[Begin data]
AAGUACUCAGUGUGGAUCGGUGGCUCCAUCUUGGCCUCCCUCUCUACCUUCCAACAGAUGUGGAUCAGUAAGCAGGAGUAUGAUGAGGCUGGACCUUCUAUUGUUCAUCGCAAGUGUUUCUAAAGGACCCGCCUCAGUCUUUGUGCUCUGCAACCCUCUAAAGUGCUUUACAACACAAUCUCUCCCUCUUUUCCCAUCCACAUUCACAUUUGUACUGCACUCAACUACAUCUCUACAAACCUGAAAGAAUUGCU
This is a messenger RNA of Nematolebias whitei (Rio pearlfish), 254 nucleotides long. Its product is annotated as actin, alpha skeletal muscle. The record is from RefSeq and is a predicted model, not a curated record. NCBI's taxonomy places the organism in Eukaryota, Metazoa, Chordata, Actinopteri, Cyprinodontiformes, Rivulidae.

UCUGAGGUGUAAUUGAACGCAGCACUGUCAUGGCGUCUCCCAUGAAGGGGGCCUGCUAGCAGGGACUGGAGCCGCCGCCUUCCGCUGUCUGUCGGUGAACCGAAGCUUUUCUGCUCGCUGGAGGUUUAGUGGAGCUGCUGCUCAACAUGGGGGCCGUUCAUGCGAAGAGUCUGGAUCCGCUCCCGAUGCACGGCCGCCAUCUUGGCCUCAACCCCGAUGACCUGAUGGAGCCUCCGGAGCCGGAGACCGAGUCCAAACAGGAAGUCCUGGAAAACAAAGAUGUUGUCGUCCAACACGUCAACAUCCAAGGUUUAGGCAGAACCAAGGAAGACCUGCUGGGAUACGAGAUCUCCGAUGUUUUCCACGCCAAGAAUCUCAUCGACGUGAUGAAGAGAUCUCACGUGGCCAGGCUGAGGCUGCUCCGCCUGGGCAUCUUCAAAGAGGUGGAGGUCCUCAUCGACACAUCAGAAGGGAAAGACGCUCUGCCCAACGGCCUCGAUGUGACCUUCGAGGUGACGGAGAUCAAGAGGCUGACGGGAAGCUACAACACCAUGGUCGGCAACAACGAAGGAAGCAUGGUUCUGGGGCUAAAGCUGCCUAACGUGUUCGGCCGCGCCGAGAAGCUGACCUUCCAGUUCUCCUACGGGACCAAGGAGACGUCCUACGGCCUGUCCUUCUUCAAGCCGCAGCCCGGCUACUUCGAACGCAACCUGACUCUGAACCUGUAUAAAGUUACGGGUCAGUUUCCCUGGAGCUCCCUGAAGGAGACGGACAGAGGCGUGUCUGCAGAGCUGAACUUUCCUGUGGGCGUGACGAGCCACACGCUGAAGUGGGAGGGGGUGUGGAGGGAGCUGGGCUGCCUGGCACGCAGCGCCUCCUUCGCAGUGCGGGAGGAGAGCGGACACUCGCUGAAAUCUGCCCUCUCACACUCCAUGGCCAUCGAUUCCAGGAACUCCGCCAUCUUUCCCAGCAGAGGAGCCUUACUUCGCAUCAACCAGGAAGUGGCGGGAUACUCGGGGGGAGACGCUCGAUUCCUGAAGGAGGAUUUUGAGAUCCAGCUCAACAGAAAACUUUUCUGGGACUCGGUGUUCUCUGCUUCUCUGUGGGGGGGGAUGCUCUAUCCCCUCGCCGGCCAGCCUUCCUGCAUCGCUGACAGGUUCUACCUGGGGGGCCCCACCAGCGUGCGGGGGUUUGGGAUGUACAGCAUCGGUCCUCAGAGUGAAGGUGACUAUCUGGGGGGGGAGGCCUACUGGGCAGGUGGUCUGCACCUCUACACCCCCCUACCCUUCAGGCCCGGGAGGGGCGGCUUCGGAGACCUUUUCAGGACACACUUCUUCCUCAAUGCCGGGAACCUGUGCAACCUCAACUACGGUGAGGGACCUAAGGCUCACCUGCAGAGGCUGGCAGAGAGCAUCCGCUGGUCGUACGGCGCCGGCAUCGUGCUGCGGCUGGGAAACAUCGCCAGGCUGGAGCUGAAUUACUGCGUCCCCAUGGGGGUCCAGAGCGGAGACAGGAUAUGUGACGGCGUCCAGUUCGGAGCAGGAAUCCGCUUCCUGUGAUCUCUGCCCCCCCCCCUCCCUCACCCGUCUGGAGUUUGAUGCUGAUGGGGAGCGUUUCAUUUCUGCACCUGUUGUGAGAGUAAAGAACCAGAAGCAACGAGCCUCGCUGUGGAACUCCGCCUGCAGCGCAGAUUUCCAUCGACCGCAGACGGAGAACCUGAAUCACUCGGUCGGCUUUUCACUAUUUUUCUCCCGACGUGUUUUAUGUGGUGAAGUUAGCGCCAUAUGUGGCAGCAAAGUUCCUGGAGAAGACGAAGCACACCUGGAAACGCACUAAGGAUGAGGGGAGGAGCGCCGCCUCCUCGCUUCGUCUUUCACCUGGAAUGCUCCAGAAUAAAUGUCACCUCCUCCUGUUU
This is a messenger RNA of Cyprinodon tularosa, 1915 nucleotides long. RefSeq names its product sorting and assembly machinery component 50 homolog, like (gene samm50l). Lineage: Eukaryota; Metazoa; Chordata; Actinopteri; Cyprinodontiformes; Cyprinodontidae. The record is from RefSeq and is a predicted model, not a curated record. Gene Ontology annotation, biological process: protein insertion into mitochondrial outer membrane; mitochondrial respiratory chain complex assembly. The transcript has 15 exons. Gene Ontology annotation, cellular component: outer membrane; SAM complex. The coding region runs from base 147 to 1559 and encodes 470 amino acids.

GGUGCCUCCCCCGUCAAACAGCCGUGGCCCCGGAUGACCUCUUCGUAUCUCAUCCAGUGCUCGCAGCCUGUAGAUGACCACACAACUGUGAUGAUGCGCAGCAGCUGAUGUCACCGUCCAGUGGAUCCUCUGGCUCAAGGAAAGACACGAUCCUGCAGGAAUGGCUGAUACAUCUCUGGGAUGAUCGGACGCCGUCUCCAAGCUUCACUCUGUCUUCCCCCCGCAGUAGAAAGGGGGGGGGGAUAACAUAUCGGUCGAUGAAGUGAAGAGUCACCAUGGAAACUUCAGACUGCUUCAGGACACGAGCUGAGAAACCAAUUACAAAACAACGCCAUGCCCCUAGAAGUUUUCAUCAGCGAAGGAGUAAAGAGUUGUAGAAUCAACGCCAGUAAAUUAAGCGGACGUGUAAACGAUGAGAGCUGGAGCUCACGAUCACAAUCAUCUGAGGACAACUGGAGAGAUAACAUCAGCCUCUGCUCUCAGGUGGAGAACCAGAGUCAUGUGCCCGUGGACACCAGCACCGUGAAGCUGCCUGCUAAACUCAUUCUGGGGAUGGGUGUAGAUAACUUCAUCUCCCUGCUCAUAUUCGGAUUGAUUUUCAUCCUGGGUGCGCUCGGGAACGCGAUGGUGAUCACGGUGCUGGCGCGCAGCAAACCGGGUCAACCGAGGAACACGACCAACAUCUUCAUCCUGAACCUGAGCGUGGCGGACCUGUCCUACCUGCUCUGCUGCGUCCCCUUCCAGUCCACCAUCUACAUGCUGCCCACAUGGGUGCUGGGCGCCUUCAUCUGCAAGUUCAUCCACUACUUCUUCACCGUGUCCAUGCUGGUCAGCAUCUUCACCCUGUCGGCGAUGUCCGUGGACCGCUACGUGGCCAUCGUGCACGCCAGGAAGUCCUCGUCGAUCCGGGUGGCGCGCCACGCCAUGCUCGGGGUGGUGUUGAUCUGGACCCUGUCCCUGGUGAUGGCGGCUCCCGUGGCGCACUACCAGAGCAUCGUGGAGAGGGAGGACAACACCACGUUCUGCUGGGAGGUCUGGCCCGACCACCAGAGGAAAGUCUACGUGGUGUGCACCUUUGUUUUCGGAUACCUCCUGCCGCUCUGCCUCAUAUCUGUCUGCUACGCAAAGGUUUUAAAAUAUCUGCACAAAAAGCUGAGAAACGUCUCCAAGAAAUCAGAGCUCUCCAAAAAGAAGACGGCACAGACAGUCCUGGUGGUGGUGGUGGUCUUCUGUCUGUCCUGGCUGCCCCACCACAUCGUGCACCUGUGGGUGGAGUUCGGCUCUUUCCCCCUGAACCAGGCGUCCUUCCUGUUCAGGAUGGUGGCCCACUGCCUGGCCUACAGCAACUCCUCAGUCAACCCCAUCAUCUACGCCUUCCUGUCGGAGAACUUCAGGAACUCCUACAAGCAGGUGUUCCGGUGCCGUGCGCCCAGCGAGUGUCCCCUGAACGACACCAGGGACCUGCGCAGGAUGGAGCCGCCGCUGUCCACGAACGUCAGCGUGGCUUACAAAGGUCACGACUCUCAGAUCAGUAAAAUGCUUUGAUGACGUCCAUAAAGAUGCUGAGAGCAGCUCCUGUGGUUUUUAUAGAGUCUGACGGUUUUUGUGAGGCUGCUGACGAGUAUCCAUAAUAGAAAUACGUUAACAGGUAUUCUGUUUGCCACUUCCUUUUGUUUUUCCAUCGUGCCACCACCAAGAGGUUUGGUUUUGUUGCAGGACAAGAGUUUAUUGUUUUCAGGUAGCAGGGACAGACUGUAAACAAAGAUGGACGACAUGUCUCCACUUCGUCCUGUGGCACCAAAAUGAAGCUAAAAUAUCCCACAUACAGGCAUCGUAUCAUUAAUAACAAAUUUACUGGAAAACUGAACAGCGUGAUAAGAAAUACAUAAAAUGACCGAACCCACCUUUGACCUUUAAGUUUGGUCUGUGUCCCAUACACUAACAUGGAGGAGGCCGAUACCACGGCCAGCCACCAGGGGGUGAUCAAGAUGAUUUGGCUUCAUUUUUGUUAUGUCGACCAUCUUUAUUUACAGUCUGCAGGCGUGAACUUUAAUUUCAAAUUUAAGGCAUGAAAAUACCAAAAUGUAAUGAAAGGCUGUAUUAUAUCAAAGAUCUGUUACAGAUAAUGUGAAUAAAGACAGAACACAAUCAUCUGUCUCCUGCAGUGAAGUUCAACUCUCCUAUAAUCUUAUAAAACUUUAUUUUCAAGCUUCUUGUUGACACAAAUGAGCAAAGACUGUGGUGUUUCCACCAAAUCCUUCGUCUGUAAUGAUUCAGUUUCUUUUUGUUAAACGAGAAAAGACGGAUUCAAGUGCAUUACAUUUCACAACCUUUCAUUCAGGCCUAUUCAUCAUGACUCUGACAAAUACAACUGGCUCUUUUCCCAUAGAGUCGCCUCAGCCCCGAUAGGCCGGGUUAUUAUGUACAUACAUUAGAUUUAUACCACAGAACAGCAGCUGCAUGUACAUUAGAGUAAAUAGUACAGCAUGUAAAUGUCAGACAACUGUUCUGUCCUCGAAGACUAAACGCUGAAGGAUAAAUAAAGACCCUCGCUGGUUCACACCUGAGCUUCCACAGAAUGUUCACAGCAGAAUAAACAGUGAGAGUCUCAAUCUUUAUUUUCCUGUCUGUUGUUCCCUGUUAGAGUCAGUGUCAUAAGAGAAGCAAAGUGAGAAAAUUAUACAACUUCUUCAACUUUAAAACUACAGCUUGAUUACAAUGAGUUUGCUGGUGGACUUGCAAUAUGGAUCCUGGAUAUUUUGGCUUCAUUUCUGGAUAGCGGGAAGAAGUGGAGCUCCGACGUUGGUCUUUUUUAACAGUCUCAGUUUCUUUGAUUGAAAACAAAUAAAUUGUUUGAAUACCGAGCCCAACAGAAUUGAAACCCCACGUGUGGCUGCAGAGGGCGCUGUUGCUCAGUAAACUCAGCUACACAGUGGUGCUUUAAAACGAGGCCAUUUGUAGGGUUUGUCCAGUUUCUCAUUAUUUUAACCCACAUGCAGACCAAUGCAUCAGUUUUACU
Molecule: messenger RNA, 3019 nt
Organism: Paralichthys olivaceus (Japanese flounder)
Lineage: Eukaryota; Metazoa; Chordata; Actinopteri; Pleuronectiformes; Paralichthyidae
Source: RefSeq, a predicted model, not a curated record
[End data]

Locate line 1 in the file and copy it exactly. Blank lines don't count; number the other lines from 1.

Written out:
AAGUACUCAGUGUGGAUCGGUGGCUCCAUCUUGGCCUCCCUCUCUACCUUCCAACAGAUGUGGAUCAGUAAGCAGGAGUAUGAUGAGGCUGGACCUUCUAUUGUUCAUCGCAAGUGUUUCUAAAGGACCCGCCUCAGUCUUUGUGCUCUGCAACCCUCUAAAGUGCUUUACAACACAAUCUCUCCCUCUUUUCCCAUCCACAUUCACAUUUGUACUGCACUCAACUACAUCUCUACAAACCUGAAAGAAUUGCU